Scary, witty, funny, chilling, Pitch Green, the first instalment in the Dimensions in Death series by the Brothers Washburn, will keep you on the edge of your seats. Before I introduce you to Berk and Andy, here is a hint of what their book is about.
Trona is a small, smoggy, mostly insignificant town in
. Besides Colorado
a booming chemical plant, the only thing that characterizes this dismal
town is dirt, sagebrush, and an enormous abandoned mansion.
The mansion is, admittedly, the only notable addition to Trona, but
it’s something everyone tries to avoid due to its creepy facade.
Everyone except for Camm Smith, who is obsessed with the need to get
Seven years earlier, as Camm herded a pack of little trick-or-treaters
past the mansion, her young neighbor, Hugh, disappeared,
becoming just one of many children who have vanished from Trona over
the years without a trace. Now a senior in high school, Camm is still
haunted by the old tragedy and is sure the answer to the mysterious
disappearances lies hidden somewhere in the decaying mansion.
Joining forces with her best friend, Cal, who also happens to be Hugh’s
older brother, Camm naively begins a perilous search for the truth.
As things spiral quickly out of control, and others die, Camm and
unseen creature, lurking deep within the bowels of the mansion, seems
to have supernatural powers and is now hunting them. Making matters
worse, they become entangled with hostile federal agents, who care
only about keeping old secrets permanently hidden. Left with only their
wit and seemingly ineffective firearms, they know they are running out of
time. Unless they can make sense out of the few pieces of the puzzle
they manage to unearth, the monster will certainly destroy them, and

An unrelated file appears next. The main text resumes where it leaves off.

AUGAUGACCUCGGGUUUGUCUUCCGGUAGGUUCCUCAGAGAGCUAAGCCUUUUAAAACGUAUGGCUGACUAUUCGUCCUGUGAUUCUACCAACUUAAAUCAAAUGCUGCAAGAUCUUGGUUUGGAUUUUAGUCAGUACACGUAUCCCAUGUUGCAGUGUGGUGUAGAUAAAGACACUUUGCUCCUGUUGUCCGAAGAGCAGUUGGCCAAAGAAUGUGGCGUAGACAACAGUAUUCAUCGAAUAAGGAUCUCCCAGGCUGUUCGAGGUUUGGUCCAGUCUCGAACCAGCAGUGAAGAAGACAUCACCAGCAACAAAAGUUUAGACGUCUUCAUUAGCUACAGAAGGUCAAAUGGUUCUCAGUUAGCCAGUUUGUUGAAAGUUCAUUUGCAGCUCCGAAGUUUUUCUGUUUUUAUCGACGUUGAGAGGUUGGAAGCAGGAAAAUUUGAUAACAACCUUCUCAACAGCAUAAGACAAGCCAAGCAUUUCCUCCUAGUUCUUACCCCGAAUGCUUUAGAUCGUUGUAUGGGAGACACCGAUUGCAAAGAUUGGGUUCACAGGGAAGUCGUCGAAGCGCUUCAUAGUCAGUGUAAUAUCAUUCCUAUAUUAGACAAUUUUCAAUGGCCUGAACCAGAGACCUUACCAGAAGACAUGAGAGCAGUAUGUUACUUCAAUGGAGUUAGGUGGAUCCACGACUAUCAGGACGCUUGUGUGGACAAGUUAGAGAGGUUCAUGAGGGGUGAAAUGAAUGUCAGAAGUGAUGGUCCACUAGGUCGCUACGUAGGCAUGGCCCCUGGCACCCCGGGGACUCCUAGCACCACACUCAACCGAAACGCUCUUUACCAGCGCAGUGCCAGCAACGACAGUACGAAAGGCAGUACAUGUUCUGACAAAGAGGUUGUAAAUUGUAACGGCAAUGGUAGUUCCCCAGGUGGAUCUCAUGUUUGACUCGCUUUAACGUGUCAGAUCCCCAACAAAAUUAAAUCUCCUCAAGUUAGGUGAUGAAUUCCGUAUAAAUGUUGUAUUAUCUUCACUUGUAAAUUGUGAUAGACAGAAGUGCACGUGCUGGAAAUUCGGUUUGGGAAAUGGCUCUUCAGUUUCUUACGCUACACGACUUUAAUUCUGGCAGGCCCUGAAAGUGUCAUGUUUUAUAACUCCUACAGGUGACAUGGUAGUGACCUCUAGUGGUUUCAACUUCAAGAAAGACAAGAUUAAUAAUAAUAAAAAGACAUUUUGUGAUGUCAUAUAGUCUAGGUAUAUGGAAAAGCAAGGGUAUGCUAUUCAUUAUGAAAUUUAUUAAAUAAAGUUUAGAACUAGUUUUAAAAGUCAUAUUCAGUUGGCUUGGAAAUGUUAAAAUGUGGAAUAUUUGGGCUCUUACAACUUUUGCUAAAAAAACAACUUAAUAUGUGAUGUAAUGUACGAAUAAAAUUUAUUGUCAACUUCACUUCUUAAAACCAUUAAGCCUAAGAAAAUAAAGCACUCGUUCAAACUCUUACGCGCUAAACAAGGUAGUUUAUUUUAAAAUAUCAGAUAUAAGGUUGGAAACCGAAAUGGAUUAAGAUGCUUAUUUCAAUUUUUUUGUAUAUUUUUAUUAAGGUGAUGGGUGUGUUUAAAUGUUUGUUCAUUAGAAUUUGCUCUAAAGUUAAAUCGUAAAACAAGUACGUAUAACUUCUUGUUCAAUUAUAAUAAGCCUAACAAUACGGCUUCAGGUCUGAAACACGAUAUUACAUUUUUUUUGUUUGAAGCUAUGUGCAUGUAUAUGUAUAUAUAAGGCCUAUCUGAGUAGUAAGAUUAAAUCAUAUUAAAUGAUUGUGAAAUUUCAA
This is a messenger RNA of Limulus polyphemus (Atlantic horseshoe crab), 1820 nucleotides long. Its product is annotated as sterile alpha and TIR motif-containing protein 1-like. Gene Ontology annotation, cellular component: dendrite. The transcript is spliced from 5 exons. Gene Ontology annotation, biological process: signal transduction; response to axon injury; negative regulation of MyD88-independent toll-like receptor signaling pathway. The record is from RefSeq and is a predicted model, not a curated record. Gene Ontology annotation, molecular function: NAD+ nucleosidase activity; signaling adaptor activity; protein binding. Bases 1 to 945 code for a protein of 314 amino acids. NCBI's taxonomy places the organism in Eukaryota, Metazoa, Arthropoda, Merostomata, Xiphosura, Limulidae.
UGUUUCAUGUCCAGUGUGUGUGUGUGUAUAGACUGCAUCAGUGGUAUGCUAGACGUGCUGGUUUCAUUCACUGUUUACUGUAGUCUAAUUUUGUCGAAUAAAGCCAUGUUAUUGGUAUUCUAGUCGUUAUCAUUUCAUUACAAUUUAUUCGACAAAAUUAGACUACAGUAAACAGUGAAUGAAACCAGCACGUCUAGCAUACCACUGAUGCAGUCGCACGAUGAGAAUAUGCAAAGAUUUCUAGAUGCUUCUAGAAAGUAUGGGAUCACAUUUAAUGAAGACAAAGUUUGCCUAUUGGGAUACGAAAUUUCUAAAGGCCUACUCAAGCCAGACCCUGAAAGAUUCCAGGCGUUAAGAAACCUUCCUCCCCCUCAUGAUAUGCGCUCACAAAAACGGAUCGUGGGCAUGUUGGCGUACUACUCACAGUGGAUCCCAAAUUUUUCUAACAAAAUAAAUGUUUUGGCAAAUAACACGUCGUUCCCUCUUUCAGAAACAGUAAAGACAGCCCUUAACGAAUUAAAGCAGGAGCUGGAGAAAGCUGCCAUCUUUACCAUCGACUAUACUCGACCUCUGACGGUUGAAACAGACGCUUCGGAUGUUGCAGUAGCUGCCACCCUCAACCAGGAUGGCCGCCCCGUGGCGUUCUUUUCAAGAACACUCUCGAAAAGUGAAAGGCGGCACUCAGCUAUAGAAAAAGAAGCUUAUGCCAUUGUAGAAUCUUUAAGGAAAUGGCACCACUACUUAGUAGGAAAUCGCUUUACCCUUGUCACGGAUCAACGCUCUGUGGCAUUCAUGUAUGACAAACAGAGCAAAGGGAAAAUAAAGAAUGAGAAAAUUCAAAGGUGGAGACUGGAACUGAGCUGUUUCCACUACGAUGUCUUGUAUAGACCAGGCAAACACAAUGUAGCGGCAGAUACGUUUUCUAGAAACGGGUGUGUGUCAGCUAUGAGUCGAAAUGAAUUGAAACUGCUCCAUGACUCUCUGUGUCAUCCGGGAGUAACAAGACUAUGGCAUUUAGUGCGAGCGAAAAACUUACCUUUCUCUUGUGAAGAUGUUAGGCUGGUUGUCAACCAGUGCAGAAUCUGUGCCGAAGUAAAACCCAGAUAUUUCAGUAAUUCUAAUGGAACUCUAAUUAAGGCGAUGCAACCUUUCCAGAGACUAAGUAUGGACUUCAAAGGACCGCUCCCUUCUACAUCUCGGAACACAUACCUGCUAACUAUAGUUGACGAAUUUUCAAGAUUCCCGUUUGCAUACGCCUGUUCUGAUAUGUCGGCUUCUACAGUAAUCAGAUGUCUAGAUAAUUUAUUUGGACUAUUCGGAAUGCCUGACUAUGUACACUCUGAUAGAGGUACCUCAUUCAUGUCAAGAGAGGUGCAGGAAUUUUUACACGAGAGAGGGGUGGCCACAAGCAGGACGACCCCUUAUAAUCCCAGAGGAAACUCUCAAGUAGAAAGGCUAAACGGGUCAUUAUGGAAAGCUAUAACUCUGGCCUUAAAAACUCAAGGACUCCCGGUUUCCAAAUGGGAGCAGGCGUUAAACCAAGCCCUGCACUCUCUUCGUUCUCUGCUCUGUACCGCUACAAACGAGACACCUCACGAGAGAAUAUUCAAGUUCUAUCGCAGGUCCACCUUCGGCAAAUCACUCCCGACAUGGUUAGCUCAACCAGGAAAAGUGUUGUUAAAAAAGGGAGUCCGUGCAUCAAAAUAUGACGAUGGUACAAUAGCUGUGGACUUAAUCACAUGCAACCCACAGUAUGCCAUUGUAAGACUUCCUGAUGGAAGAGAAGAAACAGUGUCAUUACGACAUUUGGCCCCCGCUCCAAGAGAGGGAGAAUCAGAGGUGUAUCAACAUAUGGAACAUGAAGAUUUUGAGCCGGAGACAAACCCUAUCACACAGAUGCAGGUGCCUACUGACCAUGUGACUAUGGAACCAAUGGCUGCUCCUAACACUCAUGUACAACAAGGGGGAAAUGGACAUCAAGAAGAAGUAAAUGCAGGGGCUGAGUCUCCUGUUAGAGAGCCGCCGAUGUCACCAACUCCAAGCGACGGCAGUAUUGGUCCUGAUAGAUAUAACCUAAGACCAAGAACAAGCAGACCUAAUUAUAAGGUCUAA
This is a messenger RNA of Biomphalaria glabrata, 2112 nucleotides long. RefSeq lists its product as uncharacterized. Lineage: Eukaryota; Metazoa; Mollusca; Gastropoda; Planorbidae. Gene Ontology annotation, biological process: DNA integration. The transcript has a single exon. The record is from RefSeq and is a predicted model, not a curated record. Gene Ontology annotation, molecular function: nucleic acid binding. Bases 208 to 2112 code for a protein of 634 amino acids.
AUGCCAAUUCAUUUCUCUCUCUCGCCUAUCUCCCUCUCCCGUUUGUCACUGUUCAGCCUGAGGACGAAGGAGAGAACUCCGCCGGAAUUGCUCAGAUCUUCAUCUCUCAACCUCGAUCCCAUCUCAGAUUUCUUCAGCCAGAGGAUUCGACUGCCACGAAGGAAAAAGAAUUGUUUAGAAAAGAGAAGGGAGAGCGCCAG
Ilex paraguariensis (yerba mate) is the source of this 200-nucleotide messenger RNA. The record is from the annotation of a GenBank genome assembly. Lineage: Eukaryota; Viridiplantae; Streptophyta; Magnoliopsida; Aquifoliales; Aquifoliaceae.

like so many others before them, they will be gone without a trace.
(1) Welcome Berk and Andy. What is it like working together? Who gets to decide what stays or what goes? In other words, which one of you is the Head Honcho?
B&A: We each have a different Head Honcho—the woman that each is married to. The Brothers Washburn is a non-competitive arrangement, and if a tie-breaking vote is needed, our wives are always happy to straighten us out (and have been very active in the business). As two of nine brothers, we have always respected each other’s talents and abilities, and now as adults, we find that it is great working together. When there are multiple ways to handle a given issue, we can find at least one way that will work for us both. We decide together what stays and what goes, and it is not unusual for us to come up with a joint solution that is better than was either of our separate solutions. We both have experience and expertise in different areas that gives us a wider range of wisdom that we can share in the writing process. Because of our sincere mutual respect, we have been able to put our egos aside, (which says a lot for two old attorneys) and come to mutual agreements as to the final versions of our books.
(2) You are able to put aside your egos? Now that is very impressive. And your wives decide the tiebreak? Even more impressive. You both look like such nice, kind-hearted brothers. Where did the idea for such a scary story as Pitch Green come from?